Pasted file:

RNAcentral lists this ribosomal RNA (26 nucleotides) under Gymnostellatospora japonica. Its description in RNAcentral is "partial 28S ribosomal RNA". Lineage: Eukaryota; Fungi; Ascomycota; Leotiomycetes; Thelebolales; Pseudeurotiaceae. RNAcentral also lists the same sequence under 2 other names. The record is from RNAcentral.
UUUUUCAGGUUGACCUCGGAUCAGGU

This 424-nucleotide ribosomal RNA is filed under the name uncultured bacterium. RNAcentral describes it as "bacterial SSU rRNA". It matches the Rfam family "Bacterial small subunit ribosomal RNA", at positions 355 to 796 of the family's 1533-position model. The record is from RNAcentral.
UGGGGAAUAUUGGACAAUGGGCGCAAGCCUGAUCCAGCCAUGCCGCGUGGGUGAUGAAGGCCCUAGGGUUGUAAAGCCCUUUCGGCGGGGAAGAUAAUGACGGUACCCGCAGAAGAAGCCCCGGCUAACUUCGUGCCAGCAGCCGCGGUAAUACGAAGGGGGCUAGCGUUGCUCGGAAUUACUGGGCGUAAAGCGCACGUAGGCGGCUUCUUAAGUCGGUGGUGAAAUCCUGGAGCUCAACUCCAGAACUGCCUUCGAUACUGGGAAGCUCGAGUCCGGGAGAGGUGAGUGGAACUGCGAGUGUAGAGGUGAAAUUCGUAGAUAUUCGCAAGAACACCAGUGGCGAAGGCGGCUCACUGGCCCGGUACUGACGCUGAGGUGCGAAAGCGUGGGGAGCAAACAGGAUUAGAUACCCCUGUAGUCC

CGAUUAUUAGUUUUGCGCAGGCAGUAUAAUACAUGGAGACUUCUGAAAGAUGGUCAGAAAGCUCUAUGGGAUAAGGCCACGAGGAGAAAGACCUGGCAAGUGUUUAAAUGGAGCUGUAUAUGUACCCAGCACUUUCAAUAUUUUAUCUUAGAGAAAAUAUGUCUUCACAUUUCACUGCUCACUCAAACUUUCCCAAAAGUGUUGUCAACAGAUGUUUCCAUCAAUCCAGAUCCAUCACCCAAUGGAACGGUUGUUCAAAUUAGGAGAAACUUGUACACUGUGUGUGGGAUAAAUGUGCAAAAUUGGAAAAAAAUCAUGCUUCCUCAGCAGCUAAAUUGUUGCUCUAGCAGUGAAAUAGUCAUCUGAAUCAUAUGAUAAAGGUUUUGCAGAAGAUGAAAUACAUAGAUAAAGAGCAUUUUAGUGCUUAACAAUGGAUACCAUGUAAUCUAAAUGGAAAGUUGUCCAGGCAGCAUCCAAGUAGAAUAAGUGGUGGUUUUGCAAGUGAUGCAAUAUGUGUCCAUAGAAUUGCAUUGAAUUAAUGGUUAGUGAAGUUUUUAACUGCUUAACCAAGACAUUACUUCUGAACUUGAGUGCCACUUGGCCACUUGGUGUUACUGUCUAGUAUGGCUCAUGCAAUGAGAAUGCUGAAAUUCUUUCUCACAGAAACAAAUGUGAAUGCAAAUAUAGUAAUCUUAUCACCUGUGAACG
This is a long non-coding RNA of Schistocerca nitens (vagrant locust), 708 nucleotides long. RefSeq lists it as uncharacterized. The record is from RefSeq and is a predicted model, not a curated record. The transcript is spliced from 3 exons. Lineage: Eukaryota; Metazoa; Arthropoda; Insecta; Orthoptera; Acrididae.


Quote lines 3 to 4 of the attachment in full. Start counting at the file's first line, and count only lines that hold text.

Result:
This 424-nucleotide ribosomal RNA is filed under the name uncultured bacterium. RNAcentral describes it as "bacterial SSU rRNA". It matches the Rfam family "Bacterial small subunit ribosomal RNA", at positions 355 to 796 of the family's 1533-position model. The record is from RNAcentral.
UGGGGAAUAUUGGACAAUGGGCGCAAGCCUGAUCCAGCCAUGCCGCGUGGGUGAUGAAGGCCCUAGGGUUGUAAAGCCCUUUCGGCGGGGAAGAUAAUGACGGUACCCGCAGAAGAAGCCCCGGCUAACUUCGUGCCAGCAGCCGCGGUAAUACGAAGGGGGCUAGCGUUGCUCGGAAUUACUGGGCGUAAAGCGCACGUAGGCGGCUUCUUAAGUCGGUGGUGAAAUCCUGGAGCUCAACUCCAGAACUGCCUUCGAUACUGGGAAGCUCGAGUCCGGGAGAGGUGAGUGGAACUGCGAGUGUAGAGGUGAAAUUCGUAGAUAUUCGCAAGAACACCAGUGGCGAAGGCGGCUCACUGGCCCGGUACUGACGCUGAGGUGCGAAAGCGUGGGGAGCAAACAGGAUUAGAUACCCCUGUAGUCC